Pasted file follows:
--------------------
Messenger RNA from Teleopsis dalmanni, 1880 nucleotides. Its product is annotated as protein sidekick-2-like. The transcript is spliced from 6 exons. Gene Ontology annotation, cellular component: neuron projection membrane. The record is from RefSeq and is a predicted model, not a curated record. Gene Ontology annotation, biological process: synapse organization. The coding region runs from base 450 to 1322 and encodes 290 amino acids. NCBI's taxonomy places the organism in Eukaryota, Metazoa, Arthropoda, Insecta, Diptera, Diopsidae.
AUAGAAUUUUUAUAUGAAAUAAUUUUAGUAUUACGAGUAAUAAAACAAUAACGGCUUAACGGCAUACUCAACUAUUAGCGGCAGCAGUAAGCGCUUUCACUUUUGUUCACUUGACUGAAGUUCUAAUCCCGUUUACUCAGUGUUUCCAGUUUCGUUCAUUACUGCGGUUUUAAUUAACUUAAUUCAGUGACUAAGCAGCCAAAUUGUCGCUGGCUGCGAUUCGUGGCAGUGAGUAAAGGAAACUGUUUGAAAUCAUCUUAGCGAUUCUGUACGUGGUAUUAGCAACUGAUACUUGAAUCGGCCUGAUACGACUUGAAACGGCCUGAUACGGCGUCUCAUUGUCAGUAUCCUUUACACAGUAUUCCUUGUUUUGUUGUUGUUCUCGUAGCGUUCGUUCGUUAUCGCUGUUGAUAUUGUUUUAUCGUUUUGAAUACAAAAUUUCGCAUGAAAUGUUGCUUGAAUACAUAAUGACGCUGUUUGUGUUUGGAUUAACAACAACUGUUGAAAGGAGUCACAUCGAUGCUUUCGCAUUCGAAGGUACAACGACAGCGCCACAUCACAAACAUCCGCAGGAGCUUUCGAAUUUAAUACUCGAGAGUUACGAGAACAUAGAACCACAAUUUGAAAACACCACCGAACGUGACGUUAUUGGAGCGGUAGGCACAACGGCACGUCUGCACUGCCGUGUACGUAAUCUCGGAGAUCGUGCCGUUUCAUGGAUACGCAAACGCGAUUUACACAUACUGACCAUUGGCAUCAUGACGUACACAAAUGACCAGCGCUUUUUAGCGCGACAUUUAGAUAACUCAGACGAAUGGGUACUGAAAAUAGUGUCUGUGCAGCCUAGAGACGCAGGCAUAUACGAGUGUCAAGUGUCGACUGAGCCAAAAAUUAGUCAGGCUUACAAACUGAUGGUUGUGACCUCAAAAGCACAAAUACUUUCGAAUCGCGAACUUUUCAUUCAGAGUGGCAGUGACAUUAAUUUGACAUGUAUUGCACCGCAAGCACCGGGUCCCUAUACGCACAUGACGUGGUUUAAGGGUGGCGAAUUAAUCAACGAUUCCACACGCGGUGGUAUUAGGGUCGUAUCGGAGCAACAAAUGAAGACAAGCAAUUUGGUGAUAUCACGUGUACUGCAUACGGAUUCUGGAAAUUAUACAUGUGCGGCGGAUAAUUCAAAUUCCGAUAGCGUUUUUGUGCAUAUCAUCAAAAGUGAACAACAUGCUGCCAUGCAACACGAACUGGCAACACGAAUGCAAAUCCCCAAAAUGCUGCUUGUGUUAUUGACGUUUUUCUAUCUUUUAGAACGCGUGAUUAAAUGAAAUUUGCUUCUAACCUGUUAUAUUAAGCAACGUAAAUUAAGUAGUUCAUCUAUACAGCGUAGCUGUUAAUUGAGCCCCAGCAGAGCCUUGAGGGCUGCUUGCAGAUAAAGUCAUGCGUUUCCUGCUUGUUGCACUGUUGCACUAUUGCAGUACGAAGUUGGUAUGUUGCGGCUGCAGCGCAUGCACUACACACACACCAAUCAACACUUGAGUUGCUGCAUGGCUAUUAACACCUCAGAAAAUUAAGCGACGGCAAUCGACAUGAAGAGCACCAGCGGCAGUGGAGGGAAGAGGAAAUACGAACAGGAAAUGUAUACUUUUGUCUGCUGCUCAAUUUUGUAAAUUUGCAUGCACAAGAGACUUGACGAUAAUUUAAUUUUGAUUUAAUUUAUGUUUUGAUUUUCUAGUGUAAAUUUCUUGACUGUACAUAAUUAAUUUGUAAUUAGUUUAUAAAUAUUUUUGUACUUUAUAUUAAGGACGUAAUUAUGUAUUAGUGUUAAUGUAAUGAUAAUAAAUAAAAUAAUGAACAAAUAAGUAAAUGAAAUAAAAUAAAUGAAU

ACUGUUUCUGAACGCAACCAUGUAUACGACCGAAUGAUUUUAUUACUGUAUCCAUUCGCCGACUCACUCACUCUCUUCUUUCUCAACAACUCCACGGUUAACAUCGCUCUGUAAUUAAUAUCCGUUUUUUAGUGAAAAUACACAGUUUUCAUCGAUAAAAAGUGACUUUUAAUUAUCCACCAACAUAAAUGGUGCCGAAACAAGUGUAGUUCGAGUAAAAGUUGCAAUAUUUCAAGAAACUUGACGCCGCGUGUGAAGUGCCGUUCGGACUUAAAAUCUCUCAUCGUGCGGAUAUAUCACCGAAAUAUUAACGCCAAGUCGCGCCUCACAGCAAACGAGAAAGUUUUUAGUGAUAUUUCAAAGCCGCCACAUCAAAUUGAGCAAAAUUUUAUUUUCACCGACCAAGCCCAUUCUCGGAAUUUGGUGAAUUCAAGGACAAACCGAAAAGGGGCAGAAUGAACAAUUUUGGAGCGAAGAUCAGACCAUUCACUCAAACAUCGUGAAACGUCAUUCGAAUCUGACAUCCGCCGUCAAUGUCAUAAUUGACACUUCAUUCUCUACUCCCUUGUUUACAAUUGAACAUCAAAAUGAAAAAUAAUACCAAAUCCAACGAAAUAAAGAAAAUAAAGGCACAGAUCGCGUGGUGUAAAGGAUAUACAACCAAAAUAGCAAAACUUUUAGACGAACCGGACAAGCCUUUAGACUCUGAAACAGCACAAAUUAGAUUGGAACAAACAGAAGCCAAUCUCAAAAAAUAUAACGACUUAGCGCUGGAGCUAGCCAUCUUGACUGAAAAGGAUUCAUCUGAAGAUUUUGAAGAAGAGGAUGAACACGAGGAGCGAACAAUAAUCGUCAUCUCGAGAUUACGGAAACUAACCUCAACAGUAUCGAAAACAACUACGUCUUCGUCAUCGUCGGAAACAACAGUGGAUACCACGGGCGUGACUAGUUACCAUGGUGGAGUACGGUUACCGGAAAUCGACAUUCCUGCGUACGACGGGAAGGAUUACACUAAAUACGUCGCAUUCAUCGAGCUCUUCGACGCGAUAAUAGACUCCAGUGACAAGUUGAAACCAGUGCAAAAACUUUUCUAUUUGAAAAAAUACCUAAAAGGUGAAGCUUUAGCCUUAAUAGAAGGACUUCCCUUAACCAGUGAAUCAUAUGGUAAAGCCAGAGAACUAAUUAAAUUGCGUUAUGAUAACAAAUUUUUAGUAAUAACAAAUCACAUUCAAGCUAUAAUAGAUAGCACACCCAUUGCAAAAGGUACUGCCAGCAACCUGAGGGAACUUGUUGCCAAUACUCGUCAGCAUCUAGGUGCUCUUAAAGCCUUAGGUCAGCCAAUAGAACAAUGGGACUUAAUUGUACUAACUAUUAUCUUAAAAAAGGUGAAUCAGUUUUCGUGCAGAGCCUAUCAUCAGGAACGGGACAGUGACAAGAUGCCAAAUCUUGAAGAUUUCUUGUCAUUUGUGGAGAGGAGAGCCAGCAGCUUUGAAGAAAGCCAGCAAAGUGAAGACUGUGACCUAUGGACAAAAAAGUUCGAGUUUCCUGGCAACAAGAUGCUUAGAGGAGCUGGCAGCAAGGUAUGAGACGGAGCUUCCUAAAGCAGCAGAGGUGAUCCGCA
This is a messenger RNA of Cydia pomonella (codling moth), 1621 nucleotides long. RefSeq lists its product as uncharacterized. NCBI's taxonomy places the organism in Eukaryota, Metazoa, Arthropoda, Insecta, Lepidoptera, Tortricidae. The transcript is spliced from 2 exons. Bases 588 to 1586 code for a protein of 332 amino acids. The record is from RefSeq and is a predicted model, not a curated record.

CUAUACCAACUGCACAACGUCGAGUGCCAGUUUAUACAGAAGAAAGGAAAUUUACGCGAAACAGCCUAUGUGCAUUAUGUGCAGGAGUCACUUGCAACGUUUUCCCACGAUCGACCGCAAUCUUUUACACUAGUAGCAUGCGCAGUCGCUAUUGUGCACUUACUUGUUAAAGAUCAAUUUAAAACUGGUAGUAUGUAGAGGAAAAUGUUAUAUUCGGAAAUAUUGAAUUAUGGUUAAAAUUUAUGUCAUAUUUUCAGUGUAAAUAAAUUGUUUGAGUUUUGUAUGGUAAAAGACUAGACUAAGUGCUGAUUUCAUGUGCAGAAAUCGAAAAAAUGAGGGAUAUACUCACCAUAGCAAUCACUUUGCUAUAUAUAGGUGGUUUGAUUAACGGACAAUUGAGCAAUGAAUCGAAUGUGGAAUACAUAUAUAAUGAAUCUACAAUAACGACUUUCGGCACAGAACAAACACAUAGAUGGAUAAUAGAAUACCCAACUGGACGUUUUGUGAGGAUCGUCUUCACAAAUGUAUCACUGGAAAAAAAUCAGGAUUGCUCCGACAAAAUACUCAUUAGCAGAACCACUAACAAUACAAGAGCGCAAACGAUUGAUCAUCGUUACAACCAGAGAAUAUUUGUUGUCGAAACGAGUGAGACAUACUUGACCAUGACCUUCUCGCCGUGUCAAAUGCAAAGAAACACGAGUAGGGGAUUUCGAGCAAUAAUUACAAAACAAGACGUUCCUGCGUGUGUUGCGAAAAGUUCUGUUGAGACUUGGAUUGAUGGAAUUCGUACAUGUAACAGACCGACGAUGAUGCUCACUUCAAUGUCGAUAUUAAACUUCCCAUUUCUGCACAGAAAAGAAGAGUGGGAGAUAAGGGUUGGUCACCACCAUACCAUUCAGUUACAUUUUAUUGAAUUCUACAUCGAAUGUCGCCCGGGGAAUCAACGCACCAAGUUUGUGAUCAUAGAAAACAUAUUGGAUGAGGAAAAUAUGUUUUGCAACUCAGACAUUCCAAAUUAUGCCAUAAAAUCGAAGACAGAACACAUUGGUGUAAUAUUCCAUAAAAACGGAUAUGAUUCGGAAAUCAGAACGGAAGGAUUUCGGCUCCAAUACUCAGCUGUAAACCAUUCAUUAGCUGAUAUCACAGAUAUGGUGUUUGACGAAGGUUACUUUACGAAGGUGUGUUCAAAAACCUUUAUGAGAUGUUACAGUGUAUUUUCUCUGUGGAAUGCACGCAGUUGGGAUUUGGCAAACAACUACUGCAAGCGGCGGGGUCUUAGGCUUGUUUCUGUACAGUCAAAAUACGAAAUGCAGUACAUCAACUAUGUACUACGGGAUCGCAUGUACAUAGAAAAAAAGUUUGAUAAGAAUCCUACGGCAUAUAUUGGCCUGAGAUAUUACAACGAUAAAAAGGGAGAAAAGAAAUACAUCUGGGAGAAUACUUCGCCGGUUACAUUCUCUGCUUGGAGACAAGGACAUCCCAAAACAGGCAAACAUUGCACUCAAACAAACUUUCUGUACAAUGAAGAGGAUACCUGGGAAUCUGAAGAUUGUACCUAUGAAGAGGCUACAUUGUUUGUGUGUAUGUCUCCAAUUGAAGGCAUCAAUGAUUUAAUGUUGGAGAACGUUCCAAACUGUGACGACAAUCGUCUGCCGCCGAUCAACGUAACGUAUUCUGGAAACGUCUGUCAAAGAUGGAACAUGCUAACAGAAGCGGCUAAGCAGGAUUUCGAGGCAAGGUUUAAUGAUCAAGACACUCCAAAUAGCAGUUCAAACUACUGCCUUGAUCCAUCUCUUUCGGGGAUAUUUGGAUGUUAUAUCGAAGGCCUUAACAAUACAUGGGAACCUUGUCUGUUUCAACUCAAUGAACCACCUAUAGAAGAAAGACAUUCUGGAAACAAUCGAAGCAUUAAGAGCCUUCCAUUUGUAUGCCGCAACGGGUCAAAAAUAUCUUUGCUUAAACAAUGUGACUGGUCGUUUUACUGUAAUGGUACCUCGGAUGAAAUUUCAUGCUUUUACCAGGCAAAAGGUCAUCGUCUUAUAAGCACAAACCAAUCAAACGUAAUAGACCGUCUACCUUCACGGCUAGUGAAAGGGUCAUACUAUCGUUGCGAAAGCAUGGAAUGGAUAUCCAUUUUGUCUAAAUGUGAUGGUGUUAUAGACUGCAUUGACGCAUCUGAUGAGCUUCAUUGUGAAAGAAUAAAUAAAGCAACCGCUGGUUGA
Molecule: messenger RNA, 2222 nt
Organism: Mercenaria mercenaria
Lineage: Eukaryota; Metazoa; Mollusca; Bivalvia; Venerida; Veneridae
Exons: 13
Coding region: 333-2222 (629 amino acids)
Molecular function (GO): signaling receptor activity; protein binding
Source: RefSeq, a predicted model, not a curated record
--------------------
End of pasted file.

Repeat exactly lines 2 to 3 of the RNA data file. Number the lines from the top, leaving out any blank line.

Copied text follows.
AUAGAAUUUUUAUAUGAAAUAAUUUUAGUAUUACGAGUAAUAAAACAAUAACGGCUUAACGGCAUACUCAACUAUUAGCGGCAGCAGUAAGCGCUUUCACUUUUGUUCACUUGACUGAAGUUCUAAUCCCGUUUACUCAGUGUUUCCAGUUUCGUUCAUUACUGCGGUUUUAAUUAACUUAAUUCAGUGACUAAGCAGCCAAAUUGUCGCUGGCUGCGAUUCGUGGCAGUGAGUAAAGGAAACUGUUUGAAAUCAUCUUAGCGAUUCUGUACGUGGUAUUAGCAACUGAUACUUGAAUCGGCCUGAUACGACUUGAAACGGCCUGAUACGGCGUCUCAUUGUCAGUAUCCUUUACACAGUAUUCCUUGUUUUGUUGUUGUUCUCGUAGCGUUCGUUCGUUAUCGCUGUUGAUAUUGUUUUAUCGUUUUGAAUACAAAAUUUCGCAUGAAAUGUUGCUUGAAUACAUAAUGACGCUGUUUGUGUUUGGAUUAACAACAACUGUUGAAAGGAGUCACAUCGAUGCUUUCGCAUUCGAAGGUACAACGACAGCGCCACAUCACAAACAUCCGCAGGAGCUUUCGAAUUUAAUACUCGAGAGUUACGAGAACAUAGAACCACAAUUUGAAAACACCACCGAACGUGACGUUAUUGGAGCGGUAGGCACAACGGCACGUCUGCACUGCCGUGUACGUAAUCUCGGAGAUCGUGCCGUUUCAUGGAUACGCAAACGCGAUUUACACAUACUGACCAUUGGCAUCAUGACGUACACAAAUGACCAGCGCUUUUUAGCGCGACAUUUAGAUAACUCAGACGAAUGGGUACUGAAAAUAGUGUCUGUGCAGCCUAGAGACGCAGGCAUAUACGAGUGUCAAGUGUCGACUGAGCCAAAAAUUAGUCAGGCUUACAAACUGAUGGUUGUGACCUCAAAAGCACAAAUACUUUCGAAUCGCGAACUUUUCAUUCAGAGUGGCAGUGACAUUAAUUUGACAUGUAUUGCACCGCAAGCACCGGGUCCCUAUACGCACAUGACGUGGUUUAAGGGUGGCGAAUUAAUCAACGAUUCCACACGCGGUGGUAUUAGGGUCGUAUCGGAGCAACAAAUGAAGACAAGCAAUUUGGUGAUAUCACGUGUACUGCAUACGGAUUCUGGAAAUUAUACAUGUGCGGCGGAUAAUUCAAAUUCCGAUAGCGUUUUUGUGCAUAUCAUCAAAAGUGAACAACAUGCUGCCAUGCAACACGAACUGGCAACACGAAUGCAAAUCCCCAAAAUGCUGCUUGUGUUAUUGACGUUUUUCUAUCUUUUAGAACGCGUGAUUAAAUGAAAUUUGCUUCUAACCUGUUAUAUUAAGCAACGUAAAUUAAGUAGUUCAUCUAUACAGCGUAGCUGUUAAUUGAGCCCCAGCAGAGCCUUGAGGGCUGCUUGCAGAUAAAGUCAUGCGUUUCCUGCUUGUUGCACUGUUGCACUAUUGCAGUACGAAGUUGGUAUGUUGCGGCUGCAGCGCAUGCACUACACACACACCAAUCAACACUUGAGUUGCUGCAUGGCUAUUAACACCUCAGAAAAUUAAGCGACGGCAAUCGACAUGAAGAGCACCAGCGGCAGUGGAGGGAAGAGGAAAUACGAACAGGAAAUGUAUACUUUUGUCUGCUGCUCAAUUUUGUAAAUUUGCAUGCACAAGAGACUUGACGAUAAUUUAAUUUUGAUUUAAUUUAUGUUUUGAUUUUCUAGUGUAAAUUUCUUGACUGUACAUAAUUAAUUUGUAAUUAGUUUAUAAAUAUUUUUGUACUUUAUAUUAAGGACGUAAUUAUGUAUUAGUGUUAAUGUAAUGAUAAUAAAUAAAAUAAUGAACAAAUAAGUAAAUGAAAUAAAAUAAAUGAAU

ACUGUUUCUGAACGCAACCAUGUAUACGACCGAAUGAUUUUAUUACUGUAUCCAUUCGCCGACUCACUCACUCUCUUCUUUCUCAACAACUCCACGGUUAACAUCGCUCUGUAAUUAAUAUCCGUUUUUUAGUGAAAAUACACAGUUUUCAUCGAUAAAAAGUGACUUUUAAUUAUCCACCAACAUAAAUGGUGCCGAAACAAGUGUAGUUCGAGUAAAAGUUGCAAUAUUUCAAGAAACUUGACGCCGCGUGUGAAGUGCCGUUCGGACUUAAAAUCUCUCAUCGUGCGGAUAUAUCACCGAAAUAUUAACGCCAAGUCGCGCCUCACAGCAAACGAGAAAGUUUUUAGUGAUAUUUCAAAGCCGCCACAUCAAAUUGAGCAAAAUUUUAUUUUCACCGACCAAGCCCAUUCUCGGAAUUUGGUGAAUUCAAGGACAAACCGAAAAGGGGCAGAAUGAACAAUUUUGGAGCGAAGAUCAGACCAUUCACUCAAACAUCGUGAAACGUCAUUCGAAUCUGACAUCCGCCGUCAAUGUCAUAAUUGACACUUCAUUCUCUACUCCCUUGUUUACAAUUGAACAUCAAAAUGAAAAAUAAUACCAAAUCCAACGAAAUAAAGAAAAUAAAGGCACAGAUCGCGUGGUGUAAAGGAUAUACAACCAAAAUAGCAAAACUUUUAGACGAACCGGACAAGCCUUUAGACUCUGAAACAGCACAAAUUAGAUUGGAACAAACAGAAGCCAAUCUCAAAAAAUAUAACGACUUAGCGCUGGAGCUAGCCAUCUUGACUGAAAAGGAUUCAUCUGAAGAUUUUGAAGAAGAGGAUGAACACGAGGAGCGAACAAUAAUCGUCAUCUCGAGAUUACGGAAACUAACCUCAACAGUAUCGAAAACAACUACGUCUUCGUCAUCGUCGGAAACAACAGUGGAUACCACGGGCGUGACUAGUUACCAUGGUGGAGUACGGUUACCGGAAAUCGACAUUCCUGCGUACGACGGGAAGGAUUACACUAAAUACGUCGCAUUCAUCGAGCUCUUCGACGCGAUAAUAGACUCCAGUGACAAGUUGAAACCAGUGCAAAAACUUUUCUAUUUGAAAAAAUACCUAAAAGGUGAAGCUUUAGCCUUAAUAGAAGGACUUCCCUUAACCAGUGAAUCAUAUGGUAAAGCCAGAGAACUAAUUAAAUUGCGUUAUGAUAACAAAUUUUUAGUAAUAACAAAUCACAUUCAAGCUAUAAUAGAUAGCACACCCAUUGCAAAAGGUACUGCCAGCAACCUGAGGGAACUUGUUGCCAAUACUCGUCAGCAUCUAGGUGCUCUUAAAGCCUUAGGUCAGCCAAUAGAACAAUGGGACUUAAUUGUACUAACUAUUAUCUUAAAAAAGGUGAAUCAGUUUUCGUGCAGAGCCUAUCAUCAGGAACGGGACAGUGACAAGAUGCCAAAUCUUGAAGAUUUCUUGUCAUUUGUGGAGAGGAGAGCCAGCAGCUUUGAAGAAAGCCAGCAAAGUGAAGACUGUGACCUAUGGACAAAAAAGUUCGAGUUUCCUGGCAACAAGAUGCUUAGAGGAGCUGGCAGCAAGGUAUGAGACGGAGCUUCCUAAAGCAGCAGAGGUGAUCCGCA